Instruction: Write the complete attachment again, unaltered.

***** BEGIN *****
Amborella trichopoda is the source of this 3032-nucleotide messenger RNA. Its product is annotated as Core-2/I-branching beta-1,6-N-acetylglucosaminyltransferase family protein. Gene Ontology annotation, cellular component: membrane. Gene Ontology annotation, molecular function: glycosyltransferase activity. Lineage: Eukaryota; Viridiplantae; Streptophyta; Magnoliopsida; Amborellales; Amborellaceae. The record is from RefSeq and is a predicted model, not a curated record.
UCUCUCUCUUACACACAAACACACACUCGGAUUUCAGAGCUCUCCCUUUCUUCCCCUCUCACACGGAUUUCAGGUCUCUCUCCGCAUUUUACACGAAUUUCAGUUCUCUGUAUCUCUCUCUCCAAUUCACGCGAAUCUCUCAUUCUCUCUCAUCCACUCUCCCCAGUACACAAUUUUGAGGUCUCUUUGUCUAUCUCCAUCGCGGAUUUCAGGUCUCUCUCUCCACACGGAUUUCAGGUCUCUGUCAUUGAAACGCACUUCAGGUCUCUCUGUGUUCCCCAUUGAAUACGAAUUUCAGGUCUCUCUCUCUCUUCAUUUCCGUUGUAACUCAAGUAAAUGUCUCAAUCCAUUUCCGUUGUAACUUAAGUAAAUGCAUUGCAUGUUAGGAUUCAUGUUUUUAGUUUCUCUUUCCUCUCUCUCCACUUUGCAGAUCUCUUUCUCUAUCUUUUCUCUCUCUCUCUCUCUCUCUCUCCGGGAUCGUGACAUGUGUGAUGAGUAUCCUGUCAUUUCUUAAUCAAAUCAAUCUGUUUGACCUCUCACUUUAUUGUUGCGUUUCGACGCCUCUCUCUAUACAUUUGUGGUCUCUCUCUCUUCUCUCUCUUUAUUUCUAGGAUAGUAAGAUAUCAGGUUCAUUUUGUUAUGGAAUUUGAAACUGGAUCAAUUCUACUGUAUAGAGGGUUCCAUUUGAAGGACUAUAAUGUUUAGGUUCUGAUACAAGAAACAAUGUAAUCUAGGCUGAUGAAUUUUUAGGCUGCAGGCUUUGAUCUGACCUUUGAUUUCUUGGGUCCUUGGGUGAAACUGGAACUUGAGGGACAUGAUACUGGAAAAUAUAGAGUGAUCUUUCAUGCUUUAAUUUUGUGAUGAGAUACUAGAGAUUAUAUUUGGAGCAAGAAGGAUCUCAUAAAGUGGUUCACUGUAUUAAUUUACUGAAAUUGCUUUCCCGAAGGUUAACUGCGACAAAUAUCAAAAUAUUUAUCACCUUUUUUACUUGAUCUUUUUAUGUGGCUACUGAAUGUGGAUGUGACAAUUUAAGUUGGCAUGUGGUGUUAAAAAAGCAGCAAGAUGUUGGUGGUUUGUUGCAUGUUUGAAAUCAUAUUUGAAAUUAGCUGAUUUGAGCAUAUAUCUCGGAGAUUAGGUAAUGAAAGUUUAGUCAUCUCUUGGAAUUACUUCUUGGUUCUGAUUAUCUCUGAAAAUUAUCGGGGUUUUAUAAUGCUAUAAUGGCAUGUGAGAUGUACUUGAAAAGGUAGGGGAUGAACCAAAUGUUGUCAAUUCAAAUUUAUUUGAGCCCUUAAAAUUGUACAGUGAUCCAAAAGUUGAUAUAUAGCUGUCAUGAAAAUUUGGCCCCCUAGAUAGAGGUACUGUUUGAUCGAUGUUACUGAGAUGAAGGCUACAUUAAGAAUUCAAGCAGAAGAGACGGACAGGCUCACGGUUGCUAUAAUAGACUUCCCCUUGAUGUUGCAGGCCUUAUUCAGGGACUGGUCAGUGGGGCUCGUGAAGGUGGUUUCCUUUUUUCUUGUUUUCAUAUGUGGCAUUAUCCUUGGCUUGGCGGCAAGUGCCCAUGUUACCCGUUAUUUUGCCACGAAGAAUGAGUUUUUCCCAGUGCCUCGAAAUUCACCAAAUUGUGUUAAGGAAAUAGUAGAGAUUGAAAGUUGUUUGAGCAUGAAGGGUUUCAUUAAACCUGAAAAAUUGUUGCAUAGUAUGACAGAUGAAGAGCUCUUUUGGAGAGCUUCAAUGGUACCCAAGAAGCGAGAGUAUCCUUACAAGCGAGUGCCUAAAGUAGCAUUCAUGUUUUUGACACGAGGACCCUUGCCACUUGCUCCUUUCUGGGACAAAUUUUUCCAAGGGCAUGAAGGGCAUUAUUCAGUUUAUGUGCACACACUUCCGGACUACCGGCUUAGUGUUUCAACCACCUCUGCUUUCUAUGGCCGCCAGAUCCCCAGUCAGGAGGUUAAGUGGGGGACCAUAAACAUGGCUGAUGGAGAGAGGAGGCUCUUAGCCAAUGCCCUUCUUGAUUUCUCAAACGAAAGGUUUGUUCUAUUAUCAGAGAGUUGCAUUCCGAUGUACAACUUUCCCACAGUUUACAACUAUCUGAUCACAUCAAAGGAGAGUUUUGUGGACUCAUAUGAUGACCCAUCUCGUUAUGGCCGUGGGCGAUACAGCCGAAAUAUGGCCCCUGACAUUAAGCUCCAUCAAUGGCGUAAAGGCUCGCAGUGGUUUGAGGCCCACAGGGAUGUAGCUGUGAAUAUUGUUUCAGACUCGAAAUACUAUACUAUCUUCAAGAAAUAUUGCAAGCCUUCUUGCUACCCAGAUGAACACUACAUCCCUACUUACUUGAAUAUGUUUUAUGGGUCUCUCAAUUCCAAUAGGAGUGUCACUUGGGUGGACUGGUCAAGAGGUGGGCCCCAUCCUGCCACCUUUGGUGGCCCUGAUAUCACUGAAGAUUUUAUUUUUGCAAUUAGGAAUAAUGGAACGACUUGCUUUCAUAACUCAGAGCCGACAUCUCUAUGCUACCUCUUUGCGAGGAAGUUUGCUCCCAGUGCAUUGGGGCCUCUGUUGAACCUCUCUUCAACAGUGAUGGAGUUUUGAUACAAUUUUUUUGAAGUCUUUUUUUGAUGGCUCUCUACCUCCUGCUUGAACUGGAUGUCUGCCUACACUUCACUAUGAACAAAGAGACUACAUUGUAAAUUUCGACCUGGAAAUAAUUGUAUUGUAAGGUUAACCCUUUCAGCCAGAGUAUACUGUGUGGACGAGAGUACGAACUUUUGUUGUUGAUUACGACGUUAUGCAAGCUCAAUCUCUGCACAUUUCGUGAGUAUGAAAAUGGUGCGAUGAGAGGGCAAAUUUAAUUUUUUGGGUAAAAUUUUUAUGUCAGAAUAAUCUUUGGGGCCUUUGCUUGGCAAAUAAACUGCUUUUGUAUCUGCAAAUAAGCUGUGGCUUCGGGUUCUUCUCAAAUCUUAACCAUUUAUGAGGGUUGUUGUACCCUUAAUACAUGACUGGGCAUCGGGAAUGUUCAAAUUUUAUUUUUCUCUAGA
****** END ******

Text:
Amborella trichopoda is the source of this 3032-nucleotide messenger RNA. Its product is annotated as Core-2/I-branching beta-1,6-N-acetylglucosaminyltransferase family protein. Gene Ontology annotation, cellular component: membrane. Gene Ontology annotation, molecular function: glycosyltransferase activity. Lineage: Eukaryota; Viridiplantae; Streptophyta; Magnoliopsida; Amborellales; Amborellaceae. The record is from RefSeq and is a predicted model, not a curated record.
UCUCUCUCUUACACACAAACACACACUCGGAUUUCAGAGCUCUCCCUUUCUUCCCCUCUCACACGGAUUUCAGGUCUCUCUCCGCAUUUUACACGAAUUUCAGUUCUCUGUAUCUCUCUCUCCAAUUCACGCGAAUCUCUCAUUCUCUCUCAUCCACUCUCCCCAGUACACAAUUUUGAGGUCUCUUUGUCUAUCUCCAUCGCGGAUUUCAGGUCUCUCUCUCCACACGGAUUUCAGGUCUCUGUCAUUGAAACGCACUUCAGGUCUCUCUGUGUUCCCCAUUGAAUACGAAUUUCAGGUCUCUCUCUCUCUUCAUUUCCGUUGUAACUCAAGUAAAUGUCUCAAUCCAUUUCCGUUGUAACUUAAGUAAAUGCAUUGCAUGUUAGGAUUCAUGUUUUUAGUUUCUCUUUCCUCUCUCUCCACUUUGCAGAUCUCUUUCUCUAUCUUUUCUCUCUCUCUCUCUCUCUCUCUCCGGGAUCGUGACAUGUGUGAUGAGUAUCCUGUCAUUUCUUAAUCAAAUCAAUCUGUUUGACCUCUCACUUUAUUGUUGCGUUUCGACGCCUCUCUCUAUACAUUUGUGGUCUCUCUCUCUUCUCUCUCUUUAUUUCUAGGAUAGUAAGAUAUCAGGUUCAUUUUGUUAUGGAAUUUGAAACUGGAUCAAUUCUACUGUAUAGAGGGUUCCAUUUGAAGGACUAUAAUGUUUAGGUUCUGAUACAAGAAACAAUGUAAUCUAGGCUGAUGAAUUUUUAGGCUGCAGGCUUUGAUCUGACCUUUGAUUUCUUGGGUCCUUGGGUGAAACUGGAACUUGAGGGACAUGAUACUGGAAAAUAUAGAGUGAUCUUUCAUGCUUUAAUUUUGUGAUGAGAUACUAGAGAUUAUAUUUGGAGCAAGAAGGAUCUCAUAAAGUGGUUCACUGUAUUAAUUUACUGAAAUUGCUUUCCCGAAGGUUAACUGCGACAAAUAUCAAAAUAUUUAUCACCUUUUUUACUUGAUCUUUUUAUGUGGCUACUGAAUGUGGAUGUGACAAUUUAAGUUGGCAUGUGGUGUUAAAAAAGCAGCAAGAUGUUGGUGGUUUGUUGCAUGUUUGAAAUCAUAUUUGAAAUUAGCUGAUUUGAGCAUAUAUCUCGGAGAUUAGGUAAUGAAAGUUUAGUCAUCUCUUGGAAUUACUUCUUGGUUCUGAUUAUCUCUGAAAAUUAUCGGGGUUUUAUAAUGCUAUAAUGGCAUGUGAGAUGUACUUGAAAAGGUAGGGGAUGAACCAAAUGUUGUCAAUUCAAAUUUAUUUGAGCCCUUAAAAUUGUACAGUGAUCCAAAAGUUGAUAUAUAGCUGUCAUGAAAAUUUGGCCCCCUAGAUAGAGGUACUGUUUGAUCGAUGUUACUGAGAUGAAGGCUACAUUAAGAAUUCAAGCAGAAGAGACGGACAGGCUCACGGUUGCUAUAAUAGACUUCCCCUUGAUGUUGCAGGCCUUAUUCAGGGACUGGUCAGUGGGGCUCGUGAAGGUGGUUUCCUUUUUUCUUGUUUUCAUAUGUGGCAUUAUCCUUGGCUUGGCGGCAAGUGCCCAUGUUACCCGUUAUUUUGCCACGAAGAAUGAGUUUUUCCCAGUGCCUCGAAAUUCACCAAAUUGUGUUAAGGAAAUAGUAGAGAUUGAAAGUUGUUUGAGCAUGAAGGGUUUCAUUAAACCUGAAAAAUUGUUGCAUAGUAUGACAGAUGAAGAGCUCUUUUGGAGAGCUUCAAUGGUACCCAAGAAGCGAGAGUAUCCUUACAAGCGAGUGCCUAAAGUAGCAUUCAUGUUUUUGACACGAGGACCCUUGCCACUUGCUCCUUUCUGGGACAAAUUUUUCCAAGGGCAUGAAGGGCAUUAUUCAGUUUAUGUGCACACACUUCCGGACUACCGGCUUAGUGUUUCAACCACCUCUGCUUUCUAUGGCCGCCAGAUCCCCAGUCAGGAGGUUAAGUGGGGGACCAUAAACAUGGCUGAUGGAGAGAGGAGGCUCUUAGCCAAUGCCCUUCUUGAUUUCUCAAACGAAAGGUUUGUUCUAUUAUCAGAGAGUUGCAUUCCGAUGUACAACUUUCCCACAGUUUACAACUAUCUGAUCACAUCAAAGGAGAGUUUUGUGGACUCAUAUGAUGACCCAUCUCGUUAUGGCCGUGGGCGAUACAGCCGAAAUAUGGCCCCUGACAUUAAGCUCCAUCAAUGGCGUAAAGGCUCGCAGUGGUUUGAGGCCCACAGGGAUGUAGCUGUGAAUAUUGUUUCAGACUCGAAAUACUAUACUAUCUUCAAGAAAUAUUGCAAGCCUUCUUGCUACCCAGAUGAACACUACAUCCCUACUUACUUGAAUAUGUUUUAUGGGUCUCUCAAUUCCAAUAGGAGUGUCACUUGGGUGGACUGGUCAAGAGGUGGGCCCCAUCCUGCCACCUUUGGUGGCCCUGAUAUCACUGAAGAUUUUAUUUUUGCAAUUAGGAAUAAUGGAACGACUUGCUUUCAUAACUCAGAGCCGACAUCUCUAUGCUACCUCUUUGCGAGGAAGUUUGCUCCCAGUGCAUUGGGGCCUCUGUUGAACCUCUCUUCAACAGUGAUGGAGUUUUGAUACAAUUUUUUUGAAGUCUUUUUUUGAUGGCUCUCUACCUCCUGCUUGAACUGGAUGUCUGCCUACACUUCACUAUGAACAAAGAGACUACAUUGUAAAUUUCGACCUGGAAAUAAUUGUAUUGUAAGGUUAACCCUUUCAGCCAGAGUAUACUGUGUGGACGAGAGUACGAACUUUUGUUGUUGAUUACGACGUUAUGCAAGCUCAAUCUCUGCACAUUUCGUGAGUAUGAAAAUGGUGCGAUGAGAGGGCAAAUUUAAUUUUUUGGGUAAAAUUUUUAUGUCAGAAUAAUCUUUGGGGCCUUUGCUUGGCAAAUAAACUGCUUUUGUAUCUGCAAAUAAGCUGUGGCUUCGGGUUCUUCUCAAAUCUUAACCAUUUAUGAGGGUUGUUGUACCCUUAAUACAUGACUGGGCAUCGGGAAUGUUCAAAUUUUAUUUUUCUCUAGA